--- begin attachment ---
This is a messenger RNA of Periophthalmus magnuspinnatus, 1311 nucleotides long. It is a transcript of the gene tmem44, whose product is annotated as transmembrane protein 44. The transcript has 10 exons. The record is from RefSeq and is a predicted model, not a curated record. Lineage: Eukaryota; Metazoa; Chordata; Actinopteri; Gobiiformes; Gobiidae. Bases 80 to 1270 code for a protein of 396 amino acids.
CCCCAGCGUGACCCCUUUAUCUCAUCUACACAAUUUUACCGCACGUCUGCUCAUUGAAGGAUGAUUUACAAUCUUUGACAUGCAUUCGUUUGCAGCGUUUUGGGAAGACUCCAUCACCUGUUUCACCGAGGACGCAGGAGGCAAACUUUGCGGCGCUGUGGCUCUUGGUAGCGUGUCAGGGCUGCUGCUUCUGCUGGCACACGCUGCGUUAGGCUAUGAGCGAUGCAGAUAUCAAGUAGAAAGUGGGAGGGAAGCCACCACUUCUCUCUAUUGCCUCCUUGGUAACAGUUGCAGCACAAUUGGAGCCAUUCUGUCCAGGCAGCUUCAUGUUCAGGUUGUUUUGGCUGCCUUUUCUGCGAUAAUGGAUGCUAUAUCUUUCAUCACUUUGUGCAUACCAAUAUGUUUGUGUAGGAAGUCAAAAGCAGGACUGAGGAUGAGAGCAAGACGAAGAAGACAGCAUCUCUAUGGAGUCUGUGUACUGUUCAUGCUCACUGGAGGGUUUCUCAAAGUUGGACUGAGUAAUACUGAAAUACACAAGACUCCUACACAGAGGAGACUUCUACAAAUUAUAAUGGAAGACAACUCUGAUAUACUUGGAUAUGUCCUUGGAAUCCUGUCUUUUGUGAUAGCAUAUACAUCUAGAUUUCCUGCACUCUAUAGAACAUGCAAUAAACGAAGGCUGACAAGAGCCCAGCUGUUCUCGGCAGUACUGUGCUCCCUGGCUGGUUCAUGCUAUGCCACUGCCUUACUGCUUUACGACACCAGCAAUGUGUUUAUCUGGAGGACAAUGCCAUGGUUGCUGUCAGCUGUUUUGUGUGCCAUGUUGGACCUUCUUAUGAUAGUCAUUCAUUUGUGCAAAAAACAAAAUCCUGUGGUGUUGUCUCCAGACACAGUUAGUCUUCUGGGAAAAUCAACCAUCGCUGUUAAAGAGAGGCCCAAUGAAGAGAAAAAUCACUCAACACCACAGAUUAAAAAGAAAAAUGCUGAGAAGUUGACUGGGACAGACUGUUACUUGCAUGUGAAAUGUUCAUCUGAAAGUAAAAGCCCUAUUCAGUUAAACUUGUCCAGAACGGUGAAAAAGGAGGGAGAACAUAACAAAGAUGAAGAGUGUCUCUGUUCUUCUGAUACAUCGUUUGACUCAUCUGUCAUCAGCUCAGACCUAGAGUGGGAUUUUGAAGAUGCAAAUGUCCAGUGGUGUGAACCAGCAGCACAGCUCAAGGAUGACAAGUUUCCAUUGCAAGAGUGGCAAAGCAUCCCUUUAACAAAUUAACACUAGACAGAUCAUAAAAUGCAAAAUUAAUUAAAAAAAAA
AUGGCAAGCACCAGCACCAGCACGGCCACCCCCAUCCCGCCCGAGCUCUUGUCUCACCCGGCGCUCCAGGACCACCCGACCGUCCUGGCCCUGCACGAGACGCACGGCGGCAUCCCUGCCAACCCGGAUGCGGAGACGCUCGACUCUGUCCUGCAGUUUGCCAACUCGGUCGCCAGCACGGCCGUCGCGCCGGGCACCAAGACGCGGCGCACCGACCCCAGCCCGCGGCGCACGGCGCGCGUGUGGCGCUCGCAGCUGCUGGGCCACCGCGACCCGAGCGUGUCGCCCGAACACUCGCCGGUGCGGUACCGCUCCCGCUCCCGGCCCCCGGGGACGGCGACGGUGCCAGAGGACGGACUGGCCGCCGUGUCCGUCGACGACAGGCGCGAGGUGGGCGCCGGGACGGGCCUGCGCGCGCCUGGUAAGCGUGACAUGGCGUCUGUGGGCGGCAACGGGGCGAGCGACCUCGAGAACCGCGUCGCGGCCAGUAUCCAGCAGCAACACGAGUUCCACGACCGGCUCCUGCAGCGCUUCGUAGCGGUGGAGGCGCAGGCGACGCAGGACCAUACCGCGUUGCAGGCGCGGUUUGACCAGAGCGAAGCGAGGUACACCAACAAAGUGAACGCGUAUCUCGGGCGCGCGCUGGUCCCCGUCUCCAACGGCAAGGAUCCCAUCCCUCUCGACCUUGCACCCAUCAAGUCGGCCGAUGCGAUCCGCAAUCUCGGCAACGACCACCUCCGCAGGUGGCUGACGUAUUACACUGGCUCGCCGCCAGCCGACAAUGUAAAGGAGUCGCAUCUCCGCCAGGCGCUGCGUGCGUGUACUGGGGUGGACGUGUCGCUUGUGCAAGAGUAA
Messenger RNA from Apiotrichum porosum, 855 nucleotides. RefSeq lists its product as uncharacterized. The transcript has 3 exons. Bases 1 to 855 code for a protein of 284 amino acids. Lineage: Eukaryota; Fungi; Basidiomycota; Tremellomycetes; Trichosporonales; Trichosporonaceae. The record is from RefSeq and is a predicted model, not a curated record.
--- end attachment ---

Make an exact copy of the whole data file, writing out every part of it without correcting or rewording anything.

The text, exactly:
This is a messenger RNA of Periophthalmus magnuspinnatus, 1311 nucleotides long. It is a transcript of the gene tmem44, whose product is annotated as transmembrane protein 44. The transcript has 10 exons. The record is from RefSeq and is a predicted model, not a curated record. Lineage: Eukaryota; Metazoa; Chordata; Actinopteri; Gobiiformes; Gobiidae. Bases 80 to 1270 code for a protein of 396 amino acids.
CCCCAGCGUGACCCCUUUAUCUCAUCUACACAAUUUUACCGCACGUCUGCUCAUUGAAGGAUGAUUUACAAUCUUUGACAUGCAUUCGUUUGCAGCGUUUUGGGAAGACUCCAUCACCUGUUUCACCGAGGACGCAGGAGGCAAACUUUGCGGCGCUGUGGCUCUUGGUAGCGUGUCAGGGCUGCUGCUUCUGCUGGCACACGCUGCGUUAGGCUAUGAGCGAUGCAGAUAUCAAGUAGAAAGUGGGAGGGAAGCCACCACUUCUCUCUAUUGCCUCCUUGGUAACAGUUGCAGCACAAUUGGAGCCAUUCUGUCCAGGCAGCUUCAUGUUCAGGUUGUUUUGGCUGCCUUUUCUGCGAUAAUGGAUGCUAUAUCUUUCAUCACUUUGUGCAUACCAAUAUGUUUGUGUAGGAAGUCAAAAGCAGGACUGAGGAUGAGAGCAAGACGAAGAAGACAGCAUCUCUAUGGAGUCUGUGUACUGUUCAUGCUCACUGGAGGGUUUCUCAAAGUUGGACUGAGUAAUACUGAAAUACACAAGACUCCUACACAGAGGAGACUUCUACAAAUUAUAAUGGAAGACAACUCUGAUAUACUUGGAUAUGUCCUUGGAAUCCUGUCUUUUGUGAUAGCAUAUACAUCUAGAUUUCCUGCACUCUAUAGAACAUGCAAUAAACGAAGGCUGACAAGAGCCCAGCUGUUCUCGGCAGUACUGUGCUCCCUGGCUGGUUCAUGCUAUGCCACUGCCUUACUGCUUUACGACACCAGCAAUGUGUUUAUCUGGAGGACAAUGCCAUGGUUGCUGUCAGCUGUUUUGUGUGCCAUGUUGGACCUUCUUAUGAUAGUCAUUCAUUUGUGCAAAAAACAAAAUCCUGUGGUGUUGUCUCCAGACACAGUUAGUCUUCUGGGAAAAUCAACCAUCGCUGUUAAAGAGAGGCCCAAUGAAGAGAAAAAUCACUCAACACCACAGAUUAAAAAGAAAAAUGCUGAGAAGUUGACUGGGACAGACUGUUACUUGCAUGUGAAAUGUUCAUCUGAAAGUAAAAGCCCUAUUCAGUUAAACUUGUCCAGAACGGUGAAAAAGGAGGGAGAACAUAACAAAGAUGAAGAGUGUCUCUGUUCUUCUGAUACAUCGUUUGACUCAUCUGUCAUCAGCUCAGACCUAGAGUGGGAUUUUGAAGAUGCAAAUGUCCAGUGGUGUGAACCAGCAGCACAGCUCAAGGAUGACAAGUUUCCAUUGCAAGAGUGGCAAAGCAUCCCUUUAACAAAUUAACACUAGACAGAUCAUAAAAUGCAAAAUUAAUUAAAAAAAAA
AUGGCAAGCACCAGCACCAGCACGGCCACCCCCAUCCCGCCCGAGCUCUUGUCUCACCCGGCGCUCCAGGACCACCCGACCGUCCUGGCCCUGCACGAGACGCACGGCGGCAUCCCUGCCAACCCGGAUGCGGAGACGCUCGACUCUGUCCUGCAGUUUGCCAACUCGGUCGCCAGCACGGCCGUCGCGCCGGGCACCAAGACGCGGCGCACCGACCCCAGCCCGCGGCGCACGGCGCGCGUGUGGCGCUCGCAGCUGCUGGGCCACCGCGACCCGAGCGUGUCGCCCGAACACUCGCCGGUGCGGUACCGCUCCCGCUCCCGGCCCCCGGGGACGGCGACGGUGCCAGAGGACGGACUGGCCGCCGUGUCCGUCGACGACAGGCGCGAGGUGGGCGCCGGGACGGGCCUGCGCGCGCCUGGUAAGCGUGACAUGGCGUCUGUGGGCGGCAACGGGGCGAGCGACCUCGAGAACCGCGUCGCGGCCAGUAUCCAGCAGCAACACGAGUUCCACGACCGGCUCCUGCAGCGCUUCGUAGCGGUGGAGGCGCAGGCGACGCAGGACCAUACCGCGUUGCAGGCGCGGUUUGACCAGAGCGAAGCGAGGUACACCAACAAAGUGAACGCGUAUCUCGGGCGCGCGCUGGUCCCCGUCUCCAACGGCAAGGAUCCCAUCCCUCUCGACCUUGCACCCAUCAAGUCGGCCGAUGCGAUCCGCAAUCUCGGCAACGACCACCUCCGCAGGUGGCUGACGUAUUACACUGGCUCGCCGCCAGCCGACAAUGUAAAGGAGUCGCAUCUCCGCCAGGCGCUGCGUGCGUGUACUGGGGUGGACGUGUCGCUUGUGCAAGAGUAA
Messenger RNA from Apiotrichum porosum, 855 nucleotides. RefSeq lists its product as uncharacterized. The transcript has 3 exons. Bases 1 to 855 code for a protein of 284 amino acids. Lineage: Eukaryota; Fungi; Basidiomycota; Tremellomycetes; Trichosporonales; Trichosporonaceae. The record is from RefSeq and is a predicted model, not a curated record.